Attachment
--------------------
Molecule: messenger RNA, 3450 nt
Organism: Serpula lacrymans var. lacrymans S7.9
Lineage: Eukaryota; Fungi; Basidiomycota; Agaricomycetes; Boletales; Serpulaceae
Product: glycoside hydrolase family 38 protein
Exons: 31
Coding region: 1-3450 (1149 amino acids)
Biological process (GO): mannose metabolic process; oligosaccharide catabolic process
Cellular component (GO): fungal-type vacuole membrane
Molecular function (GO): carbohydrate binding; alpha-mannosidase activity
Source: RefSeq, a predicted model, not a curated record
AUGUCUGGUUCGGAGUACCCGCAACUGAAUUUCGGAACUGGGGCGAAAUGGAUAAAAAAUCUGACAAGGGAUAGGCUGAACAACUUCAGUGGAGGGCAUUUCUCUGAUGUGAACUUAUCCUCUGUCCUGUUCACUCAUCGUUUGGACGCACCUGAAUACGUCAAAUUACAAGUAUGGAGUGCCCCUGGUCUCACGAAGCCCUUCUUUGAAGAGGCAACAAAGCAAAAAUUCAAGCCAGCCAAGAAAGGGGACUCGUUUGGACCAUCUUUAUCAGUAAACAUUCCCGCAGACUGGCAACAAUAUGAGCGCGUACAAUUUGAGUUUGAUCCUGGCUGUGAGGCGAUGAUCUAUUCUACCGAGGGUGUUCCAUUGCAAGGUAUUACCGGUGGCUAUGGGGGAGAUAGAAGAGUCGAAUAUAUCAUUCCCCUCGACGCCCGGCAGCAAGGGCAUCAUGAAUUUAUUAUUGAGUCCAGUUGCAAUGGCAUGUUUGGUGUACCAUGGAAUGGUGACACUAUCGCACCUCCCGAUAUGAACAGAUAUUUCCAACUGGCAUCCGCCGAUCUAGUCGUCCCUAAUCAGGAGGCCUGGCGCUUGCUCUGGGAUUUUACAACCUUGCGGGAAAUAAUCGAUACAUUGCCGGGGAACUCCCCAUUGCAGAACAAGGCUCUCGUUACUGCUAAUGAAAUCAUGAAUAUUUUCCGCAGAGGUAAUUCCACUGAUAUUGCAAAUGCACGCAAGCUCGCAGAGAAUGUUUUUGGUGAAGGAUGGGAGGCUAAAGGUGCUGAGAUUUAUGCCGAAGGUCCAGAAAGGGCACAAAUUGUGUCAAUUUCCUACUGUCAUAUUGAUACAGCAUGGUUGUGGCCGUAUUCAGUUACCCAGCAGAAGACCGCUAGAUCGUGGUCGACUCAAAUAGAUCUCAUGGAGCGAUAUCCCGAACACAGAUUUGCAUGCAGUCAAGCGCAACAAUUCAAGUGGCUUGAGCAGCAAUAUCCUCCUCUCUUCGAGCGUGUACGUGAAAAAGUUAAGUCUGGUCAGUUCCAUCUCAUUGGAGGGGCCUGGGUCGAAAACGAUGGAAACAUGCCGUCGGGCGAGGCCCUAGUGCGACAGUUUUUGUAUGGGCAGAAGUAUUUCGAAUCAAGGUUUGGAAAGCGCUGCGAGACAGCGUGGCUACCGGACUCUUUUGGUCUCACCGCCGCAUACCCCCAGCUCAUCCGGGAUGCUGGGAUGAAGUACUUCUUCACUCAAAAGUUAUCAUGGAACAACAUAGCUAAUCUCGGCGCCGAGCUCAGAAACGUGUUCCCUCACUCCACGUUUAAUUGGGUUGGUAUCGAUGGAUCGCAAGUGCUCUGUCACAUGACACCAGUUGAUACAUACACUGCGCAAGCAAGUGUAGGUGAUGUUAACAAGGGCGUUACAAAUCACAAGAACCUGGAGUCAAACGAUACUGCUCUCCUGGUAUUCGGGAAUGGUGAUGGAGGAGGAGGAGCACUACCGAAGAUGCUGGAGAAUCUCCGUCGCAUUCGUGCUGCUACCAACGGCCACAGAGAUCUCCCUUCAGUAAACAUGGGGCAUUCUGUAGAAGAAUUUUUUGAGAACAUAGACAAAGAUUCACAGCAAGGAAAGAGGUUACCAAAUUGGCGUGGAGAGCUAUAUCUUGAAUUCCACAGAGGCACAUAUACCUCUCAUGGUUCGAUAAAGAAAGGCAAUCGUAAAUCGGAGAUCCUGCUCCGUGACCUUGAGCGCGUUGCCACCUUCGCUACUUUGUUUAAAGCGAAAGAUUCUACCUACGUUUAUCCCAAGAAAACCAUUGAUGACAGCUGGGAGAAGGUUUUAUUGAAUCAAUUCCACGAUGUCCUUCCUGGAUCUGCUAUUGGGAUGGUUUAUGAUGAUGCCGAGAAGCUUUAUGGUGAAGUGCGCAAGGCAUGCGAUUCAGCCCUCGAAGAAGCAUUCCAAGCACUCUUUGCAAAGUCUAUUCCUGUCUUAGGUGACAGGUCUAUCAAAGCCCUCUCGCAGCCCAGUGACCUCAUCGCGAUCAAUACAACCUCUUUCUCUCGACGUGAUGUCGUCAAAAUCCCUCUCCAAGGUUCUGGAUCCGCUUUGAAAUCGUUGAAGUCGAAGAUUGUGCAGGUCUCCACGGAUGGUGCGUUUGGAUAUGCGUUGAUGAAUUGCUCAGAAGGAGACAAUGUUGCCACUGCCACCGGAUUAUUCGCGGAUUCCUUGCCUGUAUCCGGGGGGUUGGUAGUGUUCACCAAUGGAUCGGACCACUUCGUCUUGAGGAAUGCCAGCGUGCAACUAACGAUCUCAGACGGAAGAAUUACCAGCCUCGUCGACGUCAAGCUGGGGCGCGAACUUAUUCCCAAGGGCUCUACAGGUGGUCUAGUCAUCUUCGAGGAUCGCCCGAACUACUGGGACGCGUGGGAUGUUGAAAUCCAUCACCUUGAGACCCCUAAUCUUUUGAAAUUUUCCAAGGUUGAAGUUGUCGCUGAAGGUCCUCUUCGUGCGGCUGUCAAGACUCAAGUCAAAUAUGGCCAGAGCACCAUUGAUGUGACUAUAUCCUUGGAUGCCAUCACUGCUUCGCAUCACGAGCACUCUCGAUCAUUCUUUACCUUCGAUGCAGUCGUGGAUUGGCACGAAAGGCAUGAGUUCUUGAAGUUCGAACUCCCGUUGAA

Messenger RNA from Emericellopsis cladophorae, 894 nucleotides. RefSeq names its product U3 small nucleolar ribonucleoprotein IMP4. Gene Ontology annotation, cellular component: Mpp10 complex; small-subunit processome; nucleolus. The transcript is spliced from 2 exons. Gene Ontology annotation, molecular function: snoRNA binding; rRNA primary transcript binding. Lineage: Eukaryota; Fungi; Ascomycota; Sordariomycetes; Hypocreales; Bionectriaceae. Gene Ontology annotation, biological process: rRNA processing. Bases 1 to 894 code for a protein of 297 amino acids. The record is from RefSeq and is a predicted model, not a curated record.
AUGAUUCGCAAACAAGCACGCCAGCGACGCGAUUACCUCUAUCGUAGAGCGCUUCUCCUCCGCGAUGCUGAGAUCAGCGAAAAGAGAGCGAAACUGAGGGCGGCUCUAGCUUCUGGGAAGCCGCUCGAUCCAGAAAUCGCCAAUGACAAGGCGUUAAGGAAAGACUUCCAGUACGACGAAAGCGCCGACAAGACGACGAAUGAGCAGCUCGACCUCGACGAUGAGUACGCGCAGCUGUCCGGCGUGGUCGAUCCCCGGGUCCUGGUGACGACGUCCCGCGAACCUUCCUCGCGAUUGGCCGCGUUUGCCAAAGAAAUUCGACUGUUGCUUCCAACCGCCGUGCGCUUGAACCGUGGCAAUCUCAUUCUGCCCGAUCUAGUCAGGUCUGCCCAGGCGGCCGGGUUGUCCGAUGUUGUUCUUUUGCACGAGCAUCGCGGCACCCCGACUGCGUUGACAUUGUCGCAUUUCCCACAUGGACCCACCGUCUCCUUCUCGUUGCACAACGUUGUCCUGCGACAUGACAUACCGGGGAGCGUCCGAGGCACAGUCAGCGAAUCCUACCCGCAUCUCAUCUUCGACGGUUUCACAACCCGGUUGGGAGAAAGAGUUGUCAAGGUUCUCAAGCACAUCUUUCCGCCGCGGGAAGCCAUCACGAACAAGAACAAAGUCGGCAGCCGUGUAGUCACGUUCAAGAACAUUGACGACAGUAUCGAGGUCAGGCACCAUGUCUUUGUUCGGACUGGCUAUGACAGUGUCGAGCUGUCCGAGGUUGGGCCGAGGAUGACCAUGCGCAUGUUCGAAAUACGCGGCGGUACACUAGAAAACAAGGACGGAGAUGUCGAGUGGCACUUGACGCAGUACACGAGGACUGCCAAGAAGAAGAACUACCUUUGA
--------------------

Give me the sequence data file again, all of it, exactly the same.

Molecule: messenger RNA, 3450 nt
Organism: Serpula lacrymans var. lacrymans S7.9
Lineage: Eukaryota; Fungi; Basidiomycota; Agaricomycetes; Boletales; Serpulaceae
Product: glycoside hydrolase family 38 protein
Exons: 31
Coding region: 1-3450 (1149 amino acids)
Biological process (GO): mannose metabolic process; oligosaccharide catabolic process
Cellular component (GO): fungal-type vacuole membrane
Molecular function (GO): carbohydrate binding; alpha-mannosidase activity
Source: RefSeq, a predicted model, not a curated record
AUGUCUGGUUCGGAGUACCCGCAACUGAAUUUCGGAACUGGGGCGAAAUGGAUAAAAAAUCUGACAAGGGAUAGGCUGAACAACUUCAGUGGAGGGCAUUUCUCUGAUGUGAACUUAUCCUCUGUCCUGUUCACUCAUCGUUUGGACGCACCUGAAUACGUCAAAUUACAAGUAUGGAGUGCCCCUGGUCUCACGAAGCCCUUCUUUGAAGAGGCAACAAAGCAAAAAUUCAAGCCAGCCAAGAAAGGGGACUCGUUUGGACCAUCUUUAUCAGUAAACAUUCCCGCAGACUGGCAACAAUAUGAGCGCGUACAAUUUGAGUUUGAUCCUGGCUGUGAGGCGAUGAUCUAUUCUACCGAGGGUGUUCCAUUGCAAGGUAUUACCGGUGGCUAUGGGGGAGAUAGAAGAGUCGAAUAUAUCAUUCCCCUCGACGCCCGGCAGCAAGGGCAUCAUGAAUUUAUUAUUGAGUCCAGUUGCAAUGGCAUGUUUGGUGUACCAUGGAAUGGUGACACUAUCGCACCUCCCGAUAUGAACAGAUAUUUCCAACUGGCAUCCGCCGAUCUAGUCGUCCCUAAUCAGGAGGCCUGGCGCUUGCUCUGGGAUUUUACAACCUUGCGGGAAAUAAUCGAUACAUUGCCGGGGAACUCCCCAUUGCAGAACAAGGCUCUCGUUACUGCUAAUGAAAUCAUGAAUAUUUUCCGCAGAGGUAAUUCCACUGAUAUUGCAAAUGCACGCAAGCUCGCAGAGAAUGUUUUUGGUGAAGGAUGGGAGGCUAAAGGUGCUGAGAUUUAUGCCGAAGGUCCAGAAAGGGCACAAAUUGUGUCAAUUUCCUACUGUCAUAUUGAUACAGCAUGGUUGUGGCCGUAUUCAGUUACCCAGCAGAAGACCGCUAGAUCGUGGUCGACUCAAAUAGAUCUCAUGGAGCGAUAUCCCGAACACAGAUUUGCAUGCAGUCAAGCGCAACAAUUCAAGUGGCUUGAGCAGCAAUAUCCUCCUCUCUUCGAGCGUGUACGUGAAAAAGUUAAGUCUGGUCAGUUCCAUCUCAUUGGAGGGGCCUGGGUCGAAAACGAUGGAAACAUGCCGUCGGGCGAGGCCCUAGUGCGACAGUUUUUGUAUGGGCAGAAGUAUUUCGAAUCAAGGUUUGGAAAGCGCUGCGAGACAGCGUGGCUACCGGACUCUUUUGGUCUCACCGCCGCAUACCCCCAGCUCAUCCGGGAUGCUGGGAUGAAGUACUUCUUCACUCAAAAGUUAUCAUGGAACAACAUAGCUAAUCUCGGCGCCGAGCUCAGAAACGUGUUCCCUCACUCCACGUUUAAUUGGGUUGGUAUCGAUGGAUCGCAAGUGCUCUGUCACAUGACACCAGUUGAUACAUACACUGCGCAAGCAAGUGUAGGUGAUGUUAACAAGGGCGUUACAAAUCACAAGAACCUGGAGUCAAACGAUACUGCUCUCCUGGUAUUCGGGAAUGGUGAUGGAGGAGGAGGAGCACUACCGAAGAUGCUGGAGAAUCUCCGUCGCAUUCGUGCUGCUACCAACGGCCACAGAGAUCUCCCUUCAGUAAACAUGGGGCAUUCUGUAGAAGAAUUUUUUGAGAACAUAGACAAAGAUUCACAGCAAGGAAAGAGGUUACCAAAUUGGCGUGGAGAGCUAUAUCUUGAAUUCCACAGAGGCACAUAUACCUCUCAUGGUUCGAUAAAGAAAGGCAAUCGUAAAUCGGAGAUCCUGCUCCGUGACCUUGAGCGCGUUGCCACCUUCGCUACUUUGUUUAAAGCGAAAGAUUCUACCUACGUUUAUCCCAAGAAAACCAUUGAUGACAGCUGGGAGAAGGUUUUAUUGAAUCAAUUCCACGAUGUCCUUCCUGGAUCUGCUAUUGGGAUGGUUUAUGAUGAUGCCGAGAAGCUUUAUGGUGAAGUGCGCAAGGCAUGCGAUUCAGCCCUCGAAGAAGCAUUCCAAGCACUCUUUGCAAAGUCUAUUCCUGUCUUAGGUGACAGGUCUAUCAAAGCCCUCUCGCAGCCCAGUGACCUCAUCGCGAUCAAUACAACCUCUUUCUCUCGACGUGAUGUCGUCAAAAUCCCUCUCCAAGGUUCUGGAUCCGCUUUGAAAUCGUUGAAGUCGAAGAUUGUGCAGGUCUCCACGGAUGGUGCGUUUGGAUAUGCGUUGAUGAAUUGCUCAGAAGGAGACAAUGUUGCCACUGCCACCGGAUUAUUCGCGGAUUCCUUGCCUGUAUCCGGGGGGUUGGUAGUGUUCACCAAUGGAUCGGACCACUUCGUCUUGAGGAAUGCCAGCGUGCAACUAACGAUCUCAGACGGAAGAAUUACCAGCCUCGUCGACGUCAAGCUGGGGCGCGAACUUAUUCCCAAGGGCUCUACAGGUGGUCUAGUCAUCUUCGAGGAUCGCCCGAACUACUGGGACGCGUGGGAUGUUGAAAUCCAUCACCUUGAGACCCCUAAUCUUUUGAAAUUUUCCAAGGUUGAAGUUGUCGCUGAAGGUCCUCUUCGUGCGGCUGUCAAGACUCAAGUCAAAUAUGGCCAGAGCACCAUUGAUGUGACUAUAUCCUUGGAUGCCAUCACUGCUUCGCAUCACGAGCACUCUCGAUCAUUCUUUACCUUCGAUGCAGUCGUGGAUUGGCACGAAAGGCAUGAGUUCUUGAAGUUCGAACUCCCGUUGAA

Messenger RNA from Emericellopsis cladophorae, 894 nucleotides. RefSeq names its product U3 small nucleolar ribonucleoprotein IMP4. Gene Ontology annotation, cellular component: Mpp10 complex; small-subunit processome; nucleolus. The transcript is spliced from 2 exons. Gene Ontology annotation, molecular function: snoRNA binding; rRNA primary transcript binding. Lineage: Eukaryota; Fungi; Ascomycota; Sordariomycetes; Hypocreales; Bionectriaceae. Gene Ontology annotation, biological process: rRNA processing. Bases 1 to 894 code for a protein of 297 amino acids. The record is from RefSeq and is a predicted model, not a curated record.
AUGAUUCGCAAACAAGCACGCCAGCGACGCGAUUACCUCUAUCGUAGAGCGCUUCUCCUCCGCGAUGCUGAGAUCAGCGAAAAGAGAGCGAAACUGAGGGCGGCUCUAGCUUCUGGGAAGCCGCUCGAUCCAGAAAUCGCCAAUGACAAGGCGUUAAGGAAAGACUUCCAGUACGACGAAAGCGCCGACAAGACGACGAAUGAGCAGCUCGACCUCGACGAUGAGUACGCGCAGCUGUCCGGCGUGGUCGAUCCCCGGGUCCUGGUGACGACGUCCCGCGAACCUUCCUCGCGAUUGGCCGCGUUUGCCAAAGAAAUUCGACUGUUGCUUCCAACCGCCGUGCGCUUGAACCGUGGCAAUCUCAUUCUGCCCGAUCUAGUCAGGUCUGCCCAGGCGGCCGGGUUGUCCGAUGUUGUUCUUUUGCACGAGCAUCGCGGCACCCCGACUGCGUUGACAUUGUCGCAUUUCCCACAUGGACCCACCGUCUCCUUCUCGUUGCACAACGUUGUCCUGCGACAUGACAUACCGGGGAGCGUCCGAGGCACAGUCAGCGAAUCCUACCCGCAUCUCAUCUUCGACGGUUUCACAACCCGGUUGGGAGAAAGAGUUGUCAAGGUUCUCAAGCACAUCUUUCCGCCGCGGGAAGCCAUCACGAACAAGAACAAAGUCGGCAGCCGUGUAGUCACGUUCAAGAACAUUGACGACAGUAUCGAGGUCAGGCACCAUGUCUUUGUUCGGACUGGCUAUGACAGUGUCGAGCUGUCCGAGGUUGGGCCGAGGAUGACCAUGCGCAUGUUCGAAAUACGCGGCGGUACACUAGAAAACAAGGACGGAGAUGUCGAGUGGCACUUGACGCAGUACACGAGGACUGCCAAGAAGAAGAACUACCUUUGA